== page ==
For the past seven years, GLI has held a roundtable for North American regulators. The purpose of the event, and the reason it has grown exponentially in attendance each year, is because it gives regulators a reliable, neutral environment in which to learn about the latest advances in technologies that will almost immediately be

impacting their jurisdictions and their regulations.

Beyond the presentations, however, is something even more valuable - a safe forum where attendees can express their concerns and ask questions of each other. A complete wrap up of the event is featured earlier in this publication, and I wanted to use this column to share one topic of discussion regulators focused on during the roundtable.

Over the three days, one of the main topics of discussion was network security. This should not be read to mean that “network” is only concerning the casino floor. Regulators were concerned about network security throughout their entire operations, given that we are in the technological age. Because of that, regulators at the roundtable were rightly thinking about assessing current security and pre-planning broadly for a higher level of network security than that on which they operate today.

The reason for the concern is because hackers and spammers are actively using the latest software security holes, worms and Trojans in an attempt to attack many different types of businesses. Some 20 new worms were identified in January 2007 alone. In addition, hackers try to trick internet users into revealing personal and financial information.

Constant attacks on private and public systems have become more than just a nuisance – they have become an overwhelming financial burden of more than $10 billion to the business world at large annually. This was what was on regulators’ minds: systems obviously need security attention, but which ones and when?

The old saying goes, there’s no time like the present, and this is especially true of network security. The systems that need attention include: the accounting system, together with communication to and from the system; bonusing (AFT/EFT) and player tracking and system monitoring interface boards; kiosks, such as gaming devices; bill/ticket validation; and multi-station automated table games; turnstiles; and standalone, local and wide area progressive controllers. These are just the gaming systems. Operators should also consider increasing security with nongaming systems, including retail, show ticketing, hotel registration, even e-mail used in the casino’s various offices.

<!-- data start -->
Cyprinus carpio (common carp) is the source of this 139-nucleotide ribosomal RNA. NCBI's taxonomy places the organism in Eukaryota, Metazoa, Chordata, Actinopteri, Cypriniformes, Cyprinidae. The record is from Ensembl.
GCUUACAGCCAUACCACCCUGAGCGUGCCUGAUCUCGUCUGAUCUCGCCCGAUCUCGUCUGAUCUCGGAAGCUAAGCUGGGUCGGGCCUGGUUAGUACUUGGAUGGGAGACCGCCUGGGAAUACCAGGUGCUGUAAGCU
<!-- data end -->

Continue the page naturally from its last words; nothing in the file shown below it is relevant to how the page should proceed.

The main parts

To help regulators and operators assess their current situation and prepare for the future, GLI has formed a relationship with Foundstone Professional Services, a division of McAfee, and at the Roundtable, representatives from Foundstone and GLI discussed several options, the most important of which is the on-site inspection.

Regulators use GLI to test and certify gaming equipment, and of course, those tests are done in the lab. But the only way to test and “certify” a network is with an on-site inspection.

Four main goals are accomplished with an on-site inspection. First, the inspection will verify that what was tested in the lab is what was installed in your casino. Without verifying on site, the fact that what was tested and what is operating is an assumption.

Next, constant monitoring ensures your online accounting system, and other systems on the property, are not infected by hackers. Unfortunately, hacker tools are being written to access your computer system using known software vulnerability. Most of these programs have been written and are freely distributed from hacker Web sites. And some of these programs were written for legitimate uses and are now abused as hacking tools. Don’t worry: an on-site inspection will seek out, test and repair potential chinks in your network armor.

That leads to the third point. On-site inspections help to ensure system integrity and security. A full audit of your network security will assess external networks and all internet-connected devices on your network; internal networks and internal devices; wireless security; host security configuration (your critical servers); network architecture security (the effectiveness of your network’s design structure); and an assessment of the building’s physical security.

Lastly, regulators need to establish

ongoing procedures to ensure constant updating of network security. Think of it this way: a hacker is a criminal, and a criminal’s full-time job is to commit crime and to think up new ways to commit crime. Hackers are determined and smart. They might not necessarily look as Hollywood slick as George Clooney, Brad Pitt and the rest of the “Oceans 11,” 12 and 13 gangs, but they are dedicated to their “craft.”

Fortunately, regulators are as equally determined to protect operations and the industry, and we must realize that, together, we must constantly and proactively move aggressively to thwart hacker attack efforts.

This is not to say that doomsday is looming large, but network security should be treated as a legitimate business concern. Fortunately, there are technological experts who are just as good at staying ahead of hackers as hackers think they are good at committing crimes.